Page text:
uw190803-wellington

Linebacker Brandon Wellington moves a sled with weights as the Washington Huskies hit the field for the first practice of the fall campaign Friday. Wellington will step into the position formerly held by Ben Burr-Kirven, who led the Pac-12 in tackles last season.

SEATTLE — It might not be possible to find one player to replace the 176 tackles that the departed Ben Burr-Kirven had last season for the Washington Huskies, but senior Brandon Wellington is relishing the challenge.

Wellington, the most experienced of Washington’s inside linebackers, says it’s a big opportunity for him, the kind he envisioned when he was a star at Eastside Catholic in Sammamish. It just took longer than he expected after being ranked as the state’s No. 2 recruit in 2016 by 247sports.

“Out of high school, you’re that guy and it’s humbling, but to go through it and experience it, it’s a learning experience for sure,” Wellington said Friday after the first day of fall camp. “You learn a lot from the older guys in front of you who have played a lot of ball, taking notes and letting it all sink in. It makes you a student of the game and a better person and a player.”

It might have been hard for Wellington to envision being in this position last August as he was still recovering from the ACL injury he suffered late in the 2017 season. But he returned in the fifth game and was peaking at the end of the season, starting in the Pac-12 Championship Game win over Utah and in the Rose Bowl loss to Ohio State.

Wellington had 28 tackles, including eight against Washington State and seven (one for a loss) against Ohio State.

“It was really big for me,” he said of finishing the season strong after the severe injury. “It was a testament for me to come back and push through something that a lot of people don’t follow through with after having that injury,” Wellington said.

He enters camp this year fully healthy and with a new mindset.

“This is a lot different, from a physical standpoint and from an attitude standpoint,” Wellington said. “It’s my senior year and it’s my last go-around. It’s special. It’s an opportunity not only for me to show what I have but the entire linebacker room.”

The Huskies didn’t just lose Burr-Kirven, who led the Pac-12 in tackles and was named league defensive player of the year and is now with the Seattle Seahawks. Tevis Bartlett, the other UW starting inside linebacker last year who was second on the team with 73 tackles, also completed his eligibility.

The Huskies coaches are confident that Wellington, 6 feet and 226 pounds (Burr-Kirven was 6-0, 230), is ready to step in, especially after his strong finish last season.

“Brandon is a guy who has played a lot of football for us and he’s going to have a great year,” said Bob Gregory, the assistant head coach who is in charge of the inside linebackers. “Coming off that injury and being able to play in three or four really big games was a huge confidence boost for him. He really didn’t play a lot of linebacker in high school (he was an all-Metro League safety as a senior), but he has really owned the position and gotten better every year.”

Wellington said he has not made any number goals when it comes to tackles, although in the spring he said he had a wager with Burr-Kirven that he would not disclose.

As his senior season begins, he said the focus is to have fun each game and to be a leader.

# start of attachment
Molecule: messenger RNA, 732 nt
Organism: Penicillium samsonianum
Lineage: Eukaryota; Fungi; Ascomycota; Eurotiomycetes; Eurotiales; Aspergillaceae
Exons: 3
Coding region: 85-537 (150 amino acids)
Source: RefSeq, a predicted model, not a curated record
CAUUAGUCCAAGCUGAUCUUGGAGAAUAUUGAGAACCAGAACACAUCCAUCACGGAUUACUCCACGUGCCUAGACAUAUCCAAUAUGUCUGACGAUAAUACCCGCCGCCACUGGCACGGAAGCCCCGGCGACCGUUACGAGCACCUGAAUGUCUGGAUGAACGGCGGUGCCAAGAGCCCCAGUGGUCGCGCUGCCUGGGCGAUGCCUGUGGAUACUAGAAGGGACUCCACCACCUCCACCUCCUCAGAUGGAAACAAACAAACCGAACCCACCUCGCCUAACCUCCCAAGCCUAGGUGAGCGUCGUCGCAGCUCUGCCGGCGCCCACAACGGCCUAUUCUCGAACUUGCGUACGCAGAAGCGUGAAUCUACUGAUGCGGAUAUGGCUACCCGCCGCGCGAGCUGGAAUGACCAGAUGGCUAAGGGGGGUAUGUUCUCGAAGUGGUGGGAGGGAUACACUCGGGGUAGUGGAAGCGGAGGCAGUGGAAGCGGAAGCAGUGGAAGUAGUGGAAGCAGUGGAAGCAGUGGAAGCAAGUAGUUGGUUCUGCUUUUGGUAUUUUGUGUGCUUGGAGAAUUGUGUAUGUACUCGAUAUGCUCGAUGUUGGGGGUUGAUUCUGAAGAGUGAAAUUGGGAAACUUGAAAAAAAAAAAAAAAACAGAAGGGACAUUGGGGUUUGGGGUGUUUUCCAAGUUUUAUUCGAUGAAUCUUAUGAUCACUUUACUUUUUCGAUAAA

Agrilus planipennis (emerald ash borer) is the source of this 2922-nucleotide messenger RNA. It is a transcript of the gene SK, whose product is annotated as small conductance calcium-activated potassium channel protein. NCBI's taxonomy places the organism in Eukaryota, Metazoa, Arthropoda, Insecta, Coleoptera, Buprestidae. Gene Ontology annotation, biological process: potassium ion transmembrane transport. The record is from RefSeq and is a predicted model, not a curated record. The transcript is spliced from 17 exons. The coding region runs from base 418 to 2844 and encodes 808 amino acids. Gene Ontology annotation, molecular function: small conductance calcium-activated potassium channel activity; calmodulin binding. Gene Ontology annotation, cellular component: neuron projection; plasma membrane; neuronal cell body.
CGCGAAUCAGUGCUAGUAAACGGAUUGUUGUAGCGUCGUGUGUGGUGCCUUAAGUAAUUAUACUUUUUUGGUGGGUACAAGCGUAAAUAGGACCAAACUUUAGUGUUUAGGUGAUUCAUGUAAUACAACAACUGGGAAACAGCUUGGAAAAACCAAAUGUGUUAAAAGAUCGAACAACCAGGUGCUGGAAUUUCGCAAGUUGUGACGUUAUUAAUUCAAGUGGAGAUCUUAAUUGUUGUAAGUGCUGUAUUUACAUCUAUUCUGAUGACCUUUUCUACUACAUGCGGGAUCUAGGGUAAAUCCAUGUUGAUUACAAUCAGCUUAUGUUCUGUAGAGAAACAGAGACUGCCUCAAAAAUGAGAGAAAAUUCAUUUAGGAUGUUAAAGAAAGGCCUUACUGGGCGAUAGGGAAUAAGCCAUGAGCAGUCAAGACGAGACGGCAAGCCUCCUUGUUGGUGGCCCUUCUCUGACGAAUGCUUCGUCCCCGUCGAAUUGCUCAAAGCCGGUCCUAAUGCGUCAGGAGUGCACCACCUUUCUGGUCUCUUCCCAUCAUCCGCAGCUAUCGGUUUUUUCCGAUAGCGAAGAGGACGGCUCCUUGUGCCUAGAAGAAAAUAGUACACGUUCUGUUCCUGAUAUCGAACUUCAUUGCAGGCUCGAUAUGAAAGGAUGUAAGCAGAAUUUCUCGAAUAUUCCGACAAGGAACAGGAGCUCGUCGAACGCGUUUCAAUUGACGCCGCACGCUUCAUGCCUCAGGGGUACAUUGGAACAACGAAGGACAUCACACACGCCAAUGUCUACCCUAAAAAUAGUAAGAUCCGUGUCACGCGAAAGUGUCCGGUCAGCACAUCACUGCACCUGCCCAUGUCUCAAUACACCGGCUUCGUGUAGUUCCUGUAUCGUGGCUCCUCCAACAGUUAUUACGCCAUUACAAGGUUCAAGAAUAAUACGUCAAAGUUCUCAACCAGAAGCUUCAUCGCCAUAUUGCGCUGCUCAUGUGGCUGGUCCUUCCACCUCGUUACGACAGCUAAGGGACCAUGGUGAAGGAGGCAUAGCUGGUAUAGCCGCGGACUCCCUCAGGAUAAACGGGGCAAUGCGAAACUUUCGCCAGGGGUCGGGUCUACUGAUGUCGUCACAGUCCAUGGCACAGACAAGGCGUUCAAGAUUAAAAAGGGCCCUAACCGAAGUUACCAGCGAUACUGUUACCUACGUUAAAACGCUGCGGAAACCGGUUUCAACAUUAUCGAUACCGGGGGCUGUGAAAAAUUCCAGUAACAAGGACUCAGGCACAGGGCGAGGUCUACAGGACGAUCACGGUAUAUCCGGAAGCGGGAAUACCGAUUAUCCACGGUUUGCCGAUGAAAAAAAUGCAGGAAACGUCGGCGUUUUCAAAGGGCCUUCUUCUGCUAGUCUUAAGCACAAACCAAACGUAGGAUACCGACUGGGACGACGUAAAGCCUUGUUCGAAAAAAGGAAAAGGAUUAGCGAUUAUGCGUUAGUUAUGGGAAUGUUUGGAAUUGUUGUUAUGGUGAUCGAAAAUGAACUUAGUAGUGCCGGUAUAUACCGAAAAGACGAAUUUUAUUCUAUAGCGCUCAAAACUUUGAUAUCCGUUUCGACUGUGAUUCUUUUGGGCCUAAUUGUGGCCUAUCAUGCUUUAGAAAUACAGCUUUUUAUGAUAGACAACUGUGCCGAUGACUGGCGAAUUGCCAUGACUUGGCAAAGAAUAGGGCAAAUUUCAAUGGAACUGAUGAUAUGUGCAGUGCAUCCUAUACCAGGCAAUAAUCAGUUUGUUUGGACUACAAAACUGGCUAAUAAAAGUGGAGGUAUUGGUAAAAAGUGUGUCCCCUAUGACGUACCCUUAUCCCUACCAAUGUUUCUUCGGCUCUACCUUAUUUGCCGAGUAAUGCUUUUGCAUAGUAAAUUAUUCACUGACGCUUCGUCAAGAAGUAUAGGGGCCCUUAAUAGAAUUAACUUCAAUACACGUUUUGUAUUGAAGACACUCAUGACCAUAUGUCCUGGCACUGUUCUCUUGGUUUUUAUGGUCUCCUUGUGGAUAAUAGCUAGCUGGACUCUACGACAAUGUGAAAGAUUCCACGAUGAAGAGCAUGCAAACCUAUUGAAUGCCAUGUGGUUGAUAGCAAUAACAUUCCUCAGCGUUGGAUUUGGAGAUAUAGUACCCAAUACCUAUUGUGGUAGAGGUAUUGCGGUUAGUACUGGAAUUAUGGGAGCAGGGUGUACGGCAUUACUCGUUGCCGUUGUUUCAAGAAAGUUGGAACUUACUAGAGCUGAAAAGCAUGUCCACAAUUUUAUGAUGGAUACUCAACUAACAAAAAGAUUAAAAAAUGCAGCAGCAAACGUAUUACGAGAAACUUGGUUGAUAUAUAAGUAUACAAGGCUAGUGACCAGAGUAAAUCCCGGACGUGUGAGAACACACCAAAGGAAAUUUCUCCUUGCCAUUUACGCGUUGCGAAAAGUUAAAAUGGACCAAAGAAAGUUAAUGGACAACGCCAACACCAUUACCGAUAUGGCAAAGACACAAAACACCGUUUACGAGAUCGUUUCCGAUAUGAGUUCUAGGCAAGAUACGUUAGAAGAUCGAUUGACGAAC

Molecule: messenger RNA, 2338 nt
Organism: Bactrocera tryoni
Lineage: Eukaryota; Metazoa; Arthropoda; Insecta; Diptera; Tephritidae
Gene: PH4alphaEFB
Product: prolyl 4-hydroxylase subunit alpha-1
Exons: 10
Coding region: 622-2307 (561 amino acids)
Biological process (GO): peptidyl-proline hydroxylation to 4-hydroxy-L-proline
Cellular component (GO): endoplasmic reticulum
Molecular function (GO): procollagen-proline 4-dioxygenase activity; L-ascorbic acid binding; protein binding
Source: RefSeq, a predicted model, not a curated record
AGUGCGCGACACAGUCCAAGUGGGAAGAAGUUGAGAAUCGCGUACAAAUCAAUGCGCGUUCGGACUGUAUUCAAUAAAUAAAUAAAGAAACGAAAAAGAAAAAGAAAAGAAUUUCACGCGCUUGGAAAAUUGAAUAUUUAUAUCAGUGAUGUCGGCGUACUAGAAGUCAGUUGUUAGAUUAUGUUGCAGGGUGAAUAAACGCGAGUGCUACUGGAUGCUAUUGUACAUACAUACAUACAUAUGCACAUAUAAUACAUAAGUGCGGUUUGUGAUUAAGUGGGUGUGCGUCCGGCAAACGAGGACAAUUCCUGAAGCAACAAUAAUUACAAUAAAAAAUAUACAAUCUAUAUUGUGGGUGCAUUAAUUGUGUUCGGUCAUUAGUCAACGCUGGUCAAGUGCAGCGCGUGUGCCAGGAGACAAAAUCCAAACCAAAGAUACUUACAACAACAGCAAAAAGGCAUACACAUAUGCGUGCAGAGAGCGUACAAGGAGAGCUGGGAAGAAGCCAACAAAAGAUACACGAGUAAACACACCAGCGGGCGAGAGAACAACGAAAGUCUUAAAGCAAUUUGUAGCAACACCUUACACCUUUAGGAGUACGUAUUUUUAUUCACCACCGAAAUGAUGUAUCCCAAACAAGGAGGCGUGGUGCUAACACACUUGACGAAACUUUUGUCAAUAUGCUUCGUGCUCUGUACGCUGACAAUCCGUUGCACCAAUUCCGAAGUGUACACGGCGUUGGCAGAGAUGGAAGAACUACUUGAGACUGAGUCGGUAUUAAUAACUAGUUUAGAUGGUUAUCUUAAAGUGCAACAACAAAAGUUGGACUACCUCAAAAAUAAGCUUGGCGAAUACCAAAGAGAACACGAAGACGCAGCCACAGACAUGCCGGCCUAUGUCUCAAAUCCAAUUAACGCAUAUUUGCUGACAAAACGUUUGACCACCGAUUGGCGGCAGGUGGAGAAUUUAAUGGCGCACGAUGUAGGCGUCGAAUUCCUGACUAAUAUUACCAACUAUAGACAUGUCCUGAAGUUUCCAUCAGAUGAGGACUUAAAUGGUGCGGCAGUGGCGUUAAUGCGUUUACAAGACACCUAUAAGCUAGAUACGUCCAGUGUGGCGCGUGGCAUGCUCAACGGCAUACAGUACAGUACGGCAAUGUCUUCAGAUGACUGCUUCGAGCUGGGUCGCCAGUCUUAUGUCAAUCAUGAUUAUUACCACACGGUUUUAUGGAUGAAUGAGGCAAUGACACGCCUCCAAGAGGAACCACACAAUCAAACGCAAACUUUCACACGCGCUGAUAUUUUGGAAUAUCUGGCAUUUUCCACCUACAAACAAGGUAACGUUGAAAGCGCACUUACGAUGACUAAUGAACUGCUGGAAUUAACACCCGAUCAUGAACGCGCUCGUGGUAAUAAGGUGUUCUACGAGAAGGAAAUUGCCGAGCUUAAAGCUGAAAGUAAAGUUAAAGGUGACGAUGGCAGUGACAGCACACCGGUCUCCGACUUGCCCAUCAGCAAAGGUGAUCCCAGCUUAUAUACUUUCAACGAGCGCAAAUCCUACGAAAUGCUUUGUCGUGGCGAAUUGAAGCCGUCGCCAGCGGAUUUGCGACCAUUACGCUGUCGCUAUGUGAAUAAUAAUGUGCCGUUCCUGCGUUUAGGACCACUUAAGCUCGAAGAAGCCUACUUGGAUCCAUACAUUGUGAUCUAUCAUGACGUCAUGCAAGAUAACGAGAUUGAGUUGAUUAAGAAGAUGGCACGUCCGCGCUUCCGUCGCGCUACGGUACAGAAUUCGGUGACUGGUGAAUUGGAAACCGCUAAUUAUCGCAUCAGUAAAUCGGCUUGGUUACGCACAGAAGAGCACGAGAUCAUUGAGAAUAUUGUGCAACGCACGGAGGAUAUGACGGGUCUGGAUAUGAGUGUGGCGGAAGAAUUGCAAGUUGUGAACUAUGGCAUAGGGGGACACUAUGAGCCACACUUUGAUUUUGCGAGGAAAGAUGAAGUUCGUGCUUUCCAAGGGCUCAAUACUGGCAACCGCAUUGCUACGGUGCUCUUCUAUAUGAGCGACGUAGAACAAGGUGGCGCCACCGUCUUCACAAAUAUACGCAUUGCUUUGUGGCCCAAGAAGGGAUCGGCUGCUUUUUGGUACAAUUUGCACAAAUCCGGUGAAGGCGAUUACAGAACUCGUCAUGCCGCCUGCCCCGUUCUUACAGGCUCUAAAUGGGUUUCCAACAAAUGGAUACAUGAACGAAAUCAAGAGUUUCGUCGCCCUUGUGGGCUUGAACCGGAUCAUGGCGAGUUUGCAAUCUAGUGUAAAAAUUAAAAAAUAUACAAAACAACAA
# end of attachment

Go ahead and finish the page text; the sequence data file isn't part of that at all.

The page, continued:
“I have taken on that role,” he said. “When the younger guys in the room want to learn, we’ll talk ball and we’ll talk life.”

Notes from camp

The first day of fall football camp at Husky Stadium was such a big thing Friday that the Blue Angels showed up.

OK, maybe it was coincidence that the Blue Angels were flying as the first practice of the season was starting, but it proved quite a backdrop for what Huskies defensive coordinator Jimmy Lake said is a special day.

“There is a lot of excitement,” Lake said. “You’ve got some rookies who have never played college football in a real practice and you want to see how they are going to react. That is a great icebreaker for everyone and I am sure a lot of the young guys are saying that was faster than I thought it would be, but are showering up and saying, ‘That was fun and I can’t wait to get back out here tomorrow.’ The first day is always special.”

Practice began about 10 minutes before the scheduled time of 3:05 and wrapped up about a half-hour before the scheduled end at 5:05.

Fight for QB: Practice reps were evenly distributed between the four quarterbacks: Junior Jacob Eason, who most consider the favorite, sophomore Jake Haener, redshirt freshman Jacob Sirmon and freshman Dylan Morris.

Most of Eason’s passes during team drills were short passes to the running backs, but he threw a perfect fade route of about 35 yards to David Pritchard during one drill.

Haener threw more deep passes and had one the best passes in the first series of 11-on-11 drills, a 20-yard out route to Ty Jones.

Morris had a tough start to 11-on-11 drills with the first snap going over his head. Later, he threw a ball that was picked off by Nick Juran, which produced the biggest cheer of the day from the defense, and was the only interception.

Extra padding: The offensive and defensive linemen were wearing guardian caps over their helmets for added protection.

“You can’t stop them from banging heads so it is a way to minimize blows,” said co-defensive coordinator Pete Kwiatkowski.

Good to see: Several teammates cheered when receiver Chico McClatcher caught a short pass from Haener. McClatcher, the former Federal Way High star, left the team last year in October but has returned for his senior season.

Redshirt freshman receiver Trey Lowe had the catch of the day, a one-handed snag of about a 35-yard pass down the middle of the field from Moore.